Excellent site with real-time aspect covering Apollo 17 audio/visual cues as appropriate. Once you get into the simple interface, it's great - you can go backwards and forwards to follow the action as it happened. Highly recommended to check it out, that is, if you haven't already:
My favorite comment so far by CM pilot Ron Evans at 190:02:59 as the ascent stage of the LM was about to dock with the CSM after ascent from the Moon. He says (referring to the LM), "still looks kind of tinny to me." Obviously, no ship preference bias there!
At 118:22:21, Cernan and Schmitt become the last astronauts of the Apollo programme to deploy the American flag on the surface of the Moon in the formal ceremony to place this moment in 'world' history.
Found a couple of charming NASA animated presentations highlighting the pinpoint accuracy required to re-enter the earth's atmosphere after a typical Apollo mission to the Moon. Most movies, including Apollo 13, tend to trivialise these parts of the flight, although in fairness to the film, we saw Kevin Bacon (as CM pilot Jack Swigert) turn the crew to bacon when he fried them under very high 'g' in the 'sweat box' (simulator) scene seen early on. This film highlights the intellectual aspects of the problem quite informatively with the simple but clear animation graphics of the day. The film is broken into two parts. The narrator sounds rather like William Holden, although I recognise the voice from several such information films provided by NASA.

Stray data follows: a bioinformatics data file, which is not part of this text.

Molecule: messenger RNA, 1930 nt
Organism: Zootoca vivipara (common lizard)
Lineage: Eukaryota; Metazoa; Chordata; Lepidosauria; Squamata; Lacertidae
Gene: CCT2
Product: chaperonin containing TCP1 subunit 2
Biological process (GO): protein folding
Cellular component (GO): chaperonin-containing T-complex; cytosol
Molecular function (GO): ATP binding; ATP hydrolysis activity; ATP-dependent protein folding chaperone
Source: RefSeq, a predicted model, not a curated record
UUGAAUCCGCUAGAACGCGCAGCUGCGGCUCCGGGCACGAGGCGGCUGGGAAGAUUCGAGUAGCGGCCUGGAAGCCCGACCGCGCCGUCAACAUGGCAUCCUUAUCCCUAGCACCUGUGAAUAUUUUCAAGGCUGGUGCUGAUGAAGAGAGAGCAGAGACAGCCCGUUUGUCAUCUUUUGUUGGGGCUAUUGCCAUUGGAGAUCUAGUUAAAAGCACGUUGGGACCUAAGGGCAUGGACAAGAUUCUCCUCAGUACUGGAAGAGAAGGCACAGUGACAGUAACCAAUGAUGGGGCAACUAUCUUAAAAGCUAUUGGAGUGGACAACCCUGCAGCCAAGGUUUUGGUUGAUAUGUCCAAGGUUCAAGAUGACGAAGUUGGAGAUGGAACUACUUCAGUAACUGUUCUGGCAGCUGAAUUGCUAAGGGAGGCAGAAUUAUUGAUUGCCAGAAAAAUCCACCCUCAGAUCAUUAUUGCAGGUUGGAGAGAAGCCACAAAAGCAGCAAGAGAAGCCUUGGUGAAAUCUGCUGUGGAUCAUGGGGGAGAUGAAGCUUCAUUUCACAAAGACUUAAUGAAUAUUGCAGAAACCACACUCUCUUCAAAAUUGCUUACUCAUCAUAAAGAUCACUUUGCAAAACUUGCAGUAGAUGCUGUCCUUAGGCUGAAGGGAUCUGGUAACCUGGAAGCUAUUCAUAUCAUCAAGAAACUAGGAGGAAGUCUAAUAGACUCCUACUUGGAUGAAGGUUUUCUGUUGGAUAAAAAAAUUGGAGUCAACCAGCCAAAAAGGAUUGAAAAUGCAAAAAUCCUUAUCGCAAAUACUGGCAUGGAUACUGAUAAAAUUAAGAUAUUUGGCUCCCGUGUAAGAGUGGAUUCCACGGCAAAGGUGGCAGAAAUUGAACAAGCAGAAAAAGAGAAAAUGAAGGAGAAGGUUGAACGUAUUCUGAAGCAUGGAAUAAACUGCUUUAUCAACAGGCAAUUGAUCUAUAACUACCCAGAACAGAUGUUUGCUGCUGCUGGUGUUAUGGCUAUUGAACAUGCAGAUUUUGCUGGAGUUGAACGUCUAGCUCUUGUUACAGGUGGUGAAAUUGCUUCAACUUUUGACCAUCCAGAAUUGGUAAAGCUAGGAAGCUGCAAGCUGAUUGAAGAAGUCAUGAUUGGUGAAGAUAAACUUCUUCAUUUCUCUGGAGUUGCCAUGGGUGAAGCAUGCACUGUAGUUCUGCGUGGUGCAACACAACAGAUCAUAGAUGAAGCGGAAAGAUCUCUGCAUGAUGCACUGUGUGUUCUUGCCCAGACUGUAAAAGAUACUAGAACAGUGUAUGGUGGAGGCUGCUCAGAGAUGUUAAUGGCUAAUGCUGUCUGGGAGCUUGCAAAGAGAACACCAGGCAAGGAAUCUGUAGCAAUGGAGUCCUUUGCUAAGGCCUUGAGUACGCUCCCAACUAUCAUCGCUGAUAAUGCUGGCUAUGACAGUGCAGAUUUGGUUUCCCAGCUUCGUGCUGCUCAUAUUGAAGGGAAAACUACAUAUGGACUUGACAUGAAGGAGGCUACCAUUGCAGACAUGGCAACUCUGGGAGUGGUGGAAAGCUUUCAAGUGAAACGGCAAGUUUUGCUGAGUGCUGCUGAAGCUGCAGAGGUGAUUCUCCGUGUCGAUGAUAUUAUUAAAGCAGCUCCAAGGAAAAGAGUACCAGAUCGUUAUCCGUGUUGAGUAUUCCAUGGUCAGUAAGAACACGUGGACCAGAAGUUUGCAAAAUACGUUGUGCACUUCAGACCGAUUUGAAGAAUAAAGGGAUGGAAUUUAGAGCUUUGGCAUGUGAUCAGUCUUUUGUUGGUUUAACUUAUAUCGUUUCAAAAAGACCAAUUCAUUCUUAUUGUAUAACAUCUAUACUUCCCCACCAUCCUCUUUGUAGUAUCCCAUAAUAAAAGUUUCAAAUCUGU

Grecchus wrote:Most movies, including Apollo 13, tend to trivialise these parts of the flight
Apollo 13 includes a short segment of one TV news anchor explaining the "marksmanship" of the aerobraking maneuver as hitting a target no thicker than a sheet of paper over a basketball from 14 feet away. The movie also detailed the concern that the ablative heat shield might have been damaged in the explosion. While the movie did not go into the detail of Lovell and Kluger's Lost Moon, it covered quite a bit—certainly not "trivializing."
I remember all of that, and it serves to play a nail-biting odds game with a largely on-the-ball audience. They re-enter, go through the blackout phase, then the CM appears 'lit up' with all chutes ballooned open. Phew!
The fact the re-entry software on the CM consisted of the biggest program to deal with the scenario shows that being in an atmosphere at any specific juncture was not as simple as coasting between two points in space.
When you get back from the Moon at something between 36 - 37,000ft per second the marshmallow toastie effect on negotiating earth's hot air is just the thing to cause an excessive bout of gulping.
When a rocket launches with constant thrust from the rocket engines, at some point the Max-Q situation develops. The way to deal with that is to throttle down some so the heat and pressure on the pointy end is lessened or reduced.
When you come back to earth you have a similar problem. It's okay at the upper reaches of the atmosphere, but when you get deeper and denser, you encounter a similar problem to Max-Q, but from the other side of the coin. To reduce stress on the heat shield you have to steer upwards to thinner air and let that continue the deceleration process with less air pressure enveloping the ship. What is so startling from those NASA movies is the limited window of time . . . 70 seconds, in which to do it. I assume that if a spacecraft came straight in without relieving the stress, then complete breakup is a distinct possibility. I was just wondering how a SpaceX BFS would perform that little stunt on arrival at earth . . . from Mars!